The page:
M . >rejected calls from France and Germany yesterday for listened to Bush speak in the vast hall where historic election to Oct. 7
..<. . . < ..:. ;. n cuio ton fo o rnw r n ro irtnn o1; t - rnt-+ , ,,,, - I, -A F « -- A -- .,L-Cf,..f..

re apparently holed up is part of a housing
the ministry said.

a swil transler or power in Iraq, urging anites top ut
aside bitter divisions over the U.S.-led war and help
lead a massive reconstruction effort.
French President Jacques Chirac challenged Bush
by demanding a "realistic timetable" for granting
In the first gathering of world leaders at the General
Assembly since the United States toppled Saddam
Hussein, Bush was unapologetic about the war and its
chaotic aftermath and unyielding on U.S. terms for
creating a democratic government.
"This process must unfold according to the needs
of Iraqis -neither hurried nor delayed by the wish-
es of other parties," Bush said, spurning demands of
France and Germany in a replay of the acrimonious
year-old debate over Iraq that has shaken old

debates have echoed for more than a half century.
Ahmad Chalabi, the president of the U.S.-appointed
Iraqi Governing Council, took Iraq's seat.
Before Chirac took his turn at the microphone, Bush
left the chamber, followed by Secretary of State Colin
Powell and National Security Adviser Condoleezza
Rice. The French president upbraided the United States
for having taken a go-it-alone approach in Iraq after the
United Nations failed to sanction the war.
"In an open world," Chirac said, "no one can live in
isolation, no one can act alone in the name of all, and
no one can accept the anarchy of a society without
rules." France has said it wants power handed over to
the Iraqis in a matter of months - a position echoed
by Schroeder yesterday.
In Washington, Senate Minority Leader Tom.
Daschle said he thought Bush "lost an opportunity."

President Bush makes welcoming remarks
yesterday at United Nations Headquarters
in New York. U.N. Secretary-General Kofi
Annan is at right.

" 'Engfish Vsage
" Organizing
" Shortening
" 15 years Experience
734.717.2546 danstein@umich.edu

US. assault onfarm leaves 3 dead

appeals court yesterday unanimously
put California's recall election back on
the calendar for Oct. 7, sweeping aside
warnings of a Florida-style fiasco two
weeks from now.
The American Civil Liberties Union,
which had sought a postponement, said
it would not appeal to the U.S. Supreme
Court, removing the final legal road-
block to the recall and setting up a 14-
day sprint among-the candidates in the
election to remove Gov. Gray Davis.
The 11-member panel of the U.S. 9th
Circuit Court of Appeals overturned a
decision issued last week by three of
the most liberal judges on the court.
The three judges had postponed the
election until perhaps March to give six
counties more time to switch over to
electronic voting systems from the
error-prone punch-card ballots that
caused the 2000 recount mess.
Translator at Cuban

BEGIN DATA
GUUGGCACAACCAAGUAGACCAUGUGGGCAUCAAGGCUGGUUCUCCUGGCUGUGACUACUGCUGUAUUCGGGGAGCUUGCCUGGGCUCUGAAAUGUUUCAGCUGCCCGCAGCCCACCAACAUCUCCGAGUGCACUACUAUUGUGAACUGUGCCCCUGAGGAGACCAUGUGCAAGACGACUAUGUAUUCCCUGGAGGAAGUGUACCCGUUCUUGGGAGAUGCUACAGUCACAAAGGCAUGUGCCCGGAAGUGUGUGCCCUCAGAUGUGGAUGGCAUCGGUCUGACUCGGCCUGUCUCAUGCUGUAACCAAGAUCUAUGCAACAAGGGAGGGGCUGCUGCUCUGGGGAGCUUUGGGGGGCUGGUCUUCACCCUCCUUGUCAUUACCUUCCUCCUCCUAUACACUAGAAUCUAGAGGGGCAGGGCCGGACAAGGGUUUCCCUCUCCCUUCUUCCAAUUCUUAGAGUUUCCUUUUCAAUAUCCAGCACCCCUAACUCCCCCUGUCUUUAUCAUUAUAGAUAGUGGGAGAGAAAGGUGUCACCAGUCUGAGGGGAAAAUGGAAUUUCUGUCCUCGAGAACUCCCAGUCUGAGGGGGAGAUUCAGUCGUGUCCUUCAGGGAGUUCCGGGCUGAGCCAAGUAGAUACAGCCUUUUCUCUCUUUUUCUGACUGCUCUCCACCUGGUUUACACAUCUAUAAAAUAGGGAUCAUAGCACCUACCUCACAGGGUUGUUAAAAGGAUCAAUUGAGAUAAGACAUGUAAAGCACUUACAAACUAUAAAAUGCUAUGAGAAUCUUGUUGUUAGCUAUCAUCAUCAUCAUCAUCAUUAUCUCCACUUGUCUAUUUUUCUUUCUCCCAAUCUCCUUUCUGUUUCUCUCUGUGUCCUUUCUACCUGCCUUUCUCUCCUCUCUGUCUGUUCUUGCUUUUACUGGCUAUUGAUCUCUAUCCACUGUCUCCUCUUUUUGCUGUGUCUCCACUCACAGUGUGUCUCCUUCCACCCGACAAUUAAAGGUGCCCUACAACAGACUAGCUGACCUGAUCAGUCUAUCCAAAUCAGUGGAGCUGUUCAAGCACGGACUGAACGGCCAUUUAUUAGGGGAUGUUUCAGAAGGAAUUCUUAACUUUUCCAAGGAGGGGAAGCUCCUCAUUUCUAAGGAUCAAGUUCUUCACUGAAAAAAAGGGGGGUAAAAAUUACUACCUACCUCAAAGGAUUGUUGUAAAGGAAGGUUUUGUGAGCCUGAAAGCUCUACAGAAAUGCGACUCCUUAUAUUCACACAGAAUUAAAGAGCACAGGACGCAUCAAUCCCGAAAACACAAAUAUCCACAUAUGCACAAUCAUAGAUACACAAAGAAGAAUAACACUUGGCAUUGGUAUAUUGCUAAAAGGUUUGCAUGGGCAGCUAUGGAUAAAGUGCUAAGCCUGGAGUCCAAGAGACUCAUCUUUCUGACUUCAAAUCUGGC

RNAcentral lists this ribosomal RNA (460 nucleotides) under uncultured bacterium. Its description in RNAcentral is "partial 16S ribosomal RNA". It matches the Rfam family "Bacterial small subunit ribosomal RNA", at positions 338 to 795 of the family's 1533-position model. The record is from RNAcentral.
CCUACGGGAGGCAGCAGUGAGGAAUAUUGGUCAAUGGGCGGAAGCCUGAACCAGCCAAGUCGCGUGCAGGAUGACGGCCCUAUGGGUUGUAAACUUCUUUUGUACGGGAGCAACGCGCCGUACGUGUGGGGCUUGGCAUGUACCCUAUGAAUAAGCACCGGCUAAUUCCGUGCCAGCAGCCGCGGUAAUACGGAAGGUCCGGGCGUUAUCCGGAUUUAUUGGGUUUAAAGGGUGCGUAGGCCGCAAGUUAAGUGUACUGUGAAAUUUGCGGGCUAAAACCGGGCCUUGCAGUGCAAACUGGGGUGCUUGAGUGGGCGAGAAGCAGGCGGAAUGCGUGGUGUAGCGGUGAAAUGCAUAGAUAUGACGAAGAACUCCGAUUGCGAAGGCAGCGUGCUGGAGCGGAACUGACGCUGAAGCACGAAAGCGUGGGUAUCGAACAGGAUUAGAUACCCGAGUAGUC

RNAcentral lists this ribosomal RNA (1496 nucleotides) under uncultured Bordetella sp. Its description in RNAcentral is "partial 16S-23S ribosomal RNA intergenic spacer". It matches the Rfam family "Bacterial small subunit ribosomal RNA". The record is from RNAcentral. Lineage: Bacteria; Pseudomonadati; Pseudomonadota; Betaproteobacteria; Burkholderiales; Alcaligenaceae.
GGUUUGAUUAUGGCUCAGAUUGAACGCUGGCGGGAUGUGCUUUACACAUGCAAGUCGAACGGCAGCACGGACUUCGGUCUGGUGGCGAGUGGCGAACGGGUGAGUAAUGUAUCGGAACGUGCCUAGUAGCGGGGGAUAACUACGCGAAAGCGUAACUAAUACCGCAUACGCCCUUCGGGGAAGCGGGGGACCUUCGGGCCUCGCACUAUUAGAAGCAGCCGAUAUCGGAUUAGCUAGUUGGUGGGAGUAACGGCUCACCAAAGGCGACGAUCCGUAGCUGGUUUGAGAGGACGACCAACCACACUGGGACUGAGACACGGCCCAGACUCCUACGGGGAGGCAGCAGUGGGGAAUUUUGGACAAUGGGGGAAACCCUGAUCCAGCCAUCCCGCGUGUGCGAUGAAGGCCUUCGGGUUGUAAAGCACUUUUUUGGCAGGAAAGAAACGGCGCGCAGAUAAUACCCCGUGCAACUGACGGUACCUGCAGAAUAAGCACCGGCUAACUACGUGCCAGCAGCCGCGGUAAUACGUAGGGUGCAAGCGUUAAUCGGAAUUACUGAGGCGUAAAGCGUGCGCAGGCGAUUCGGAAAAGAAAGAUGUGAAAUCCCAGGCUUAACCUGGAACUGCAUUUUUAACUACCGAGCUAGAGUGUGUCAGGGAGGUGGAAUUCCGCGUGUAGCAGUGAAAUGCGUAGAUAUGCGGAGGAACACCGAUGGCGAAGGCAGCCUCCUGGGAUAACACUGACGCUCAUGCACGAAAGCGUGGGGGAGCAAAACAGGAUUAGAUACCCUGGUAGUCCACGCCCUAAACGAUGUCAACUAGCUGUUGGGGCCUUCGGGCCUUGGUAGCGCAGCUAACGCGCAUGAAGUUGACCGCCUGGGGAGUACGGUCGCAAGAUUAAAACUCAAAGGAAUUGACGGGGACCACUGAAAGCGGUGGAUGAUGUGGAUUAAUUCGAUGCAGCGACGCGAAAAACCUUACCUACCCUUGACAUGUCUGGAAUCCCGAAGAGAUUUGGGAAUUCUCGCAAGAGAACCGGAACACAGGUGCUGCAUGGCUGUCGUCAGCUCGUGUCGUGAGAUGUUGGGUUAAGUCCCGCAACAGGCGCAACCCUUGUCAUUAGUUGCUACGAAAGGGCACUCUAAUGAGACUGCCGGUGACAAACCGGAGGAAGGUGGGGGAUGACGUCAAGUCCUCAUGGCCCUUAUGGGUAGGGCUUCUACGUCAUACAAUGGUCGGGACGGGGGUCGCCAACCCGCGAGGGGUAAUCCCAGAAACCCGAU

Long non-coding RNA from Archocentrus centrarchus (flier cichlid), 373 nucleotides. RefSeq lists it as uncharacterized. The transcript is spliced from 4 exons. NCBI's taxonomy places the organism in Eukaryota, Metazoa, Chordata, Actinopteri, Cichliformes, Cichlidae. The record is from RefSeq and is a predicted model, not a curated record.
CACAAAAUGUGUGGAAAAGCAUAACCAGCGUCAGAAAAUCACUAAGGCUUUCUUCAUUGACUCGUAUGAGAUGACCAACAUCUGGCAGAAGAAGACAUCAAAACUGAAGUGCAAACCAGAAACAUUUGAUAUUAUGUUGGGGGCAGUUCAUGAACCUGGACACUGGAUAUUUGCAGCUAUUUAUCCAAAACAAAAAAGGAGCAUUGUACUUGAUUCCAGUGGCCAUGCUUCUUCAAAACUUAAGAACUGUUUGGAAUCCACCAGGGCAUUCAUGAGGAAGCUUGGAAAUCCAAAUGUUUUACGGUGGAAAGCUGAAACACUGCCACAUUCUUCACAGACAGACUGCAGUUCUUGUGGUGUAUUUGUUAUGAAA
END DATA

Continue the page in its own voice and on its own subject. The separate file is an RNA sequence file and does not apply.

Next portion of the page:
base charged as spy
An Air Force translator at the prison
camp for terror suspects in Guan-
tanamo Bay, Cuba, has been charged
with espionage and aiding the enemy,
officials said yesterday, three days after
disclosing the arrest of a U.S. Army

chaplain working at the same base.
The two men knew each other, an Air
Force spokesman said, but officials said
they didn't know if there had been a
conspiracy to breach prison security.
The Air Force announced yesterday
that the translator, Senior Airman
Ahmad al-Halabi had been charged
with 32 crimes including espionage and
aiding the enemy, crimes that could
lead to the death penalty.
,Americans have urge
for change of scenery
America really is a country on the
move. In the last five years of the 20th
century, close to half the population
packed up and moved to different homes.
Usually, the moving van didn't have
to travel too far - nearly one-quarter
of the country's 262.4 million people 5
and older moved to a new address in
the same county, according to a Census
Bureau report yesterday.
The South attracted the most trans-
plants - 1.8 million more than moved
out of the region - while the West
stayed about even and the Northeast
and Midwest saw declines.
Nevada, the fastest-growing state
during the 1990s, had the highest per-
centage of movers --63 percent - fol-
lowed by Colorado and Arizona, both at
56 percent. About one-quarter of Neva-
da's population moved in from another
state between 1995 and 2000.

AL-SAJR, Iraq (AP) - U.S. sol-
diers backed by helicopters firing
rockets attacked a farmhouse yester-
day, killing three Iraqis and wound-
ing three others, villagers said. The
U.S. military said soldiers followed
suspected guerrillas into this village
after a patrol was ambushed.
Afterward, five craters ranging up
to 10 feet wide and 3 feet deep could
be seen in the courtyard of the farm-
house. A sixth rocket had crashed
through the roof. The yard was
strewn with broken glass and a wall
on one side of the building was
pocked with bullet holes.

The fighting in Al-Sajr, a small
village west of Baghdad, highlighted
the difficulties of combating guerril-
las in populated areas and was likely
to deepen resentment of the U.S.
occupation in an already volatile
"There never was any trouble in
our village and the Americans have
never been inside it," one of the
wounded, retired army Sgt. Abed
Rasheed, said at a hospital. "This is
not about overthrowing a government
or regime change."
The U.S. military confirmed a
combined air-ground assault took

place here but said it knew of only
one death - that of a guerrilla fight-
er. A military spokeswoman, Spc.
Nicole Thompson, said that after fir-
ing on an American patrol, the attack-
ers ran into a building. She said the
soldiers then called in air support.
Villagers insisted no one had fired
on the Americans. They did say that
U.S. soldiers detained three young
men during a security sweep Sunday.
Six missiles struck the home of Ali
Khalaf Mohammed, killing the 45-
year-old farmer. Two of Mohammed's
sons, aged 11 and 9 years, were

- ZKye
Seed of Abraham
Zera Avraham
A Messianic Jewish Synagogue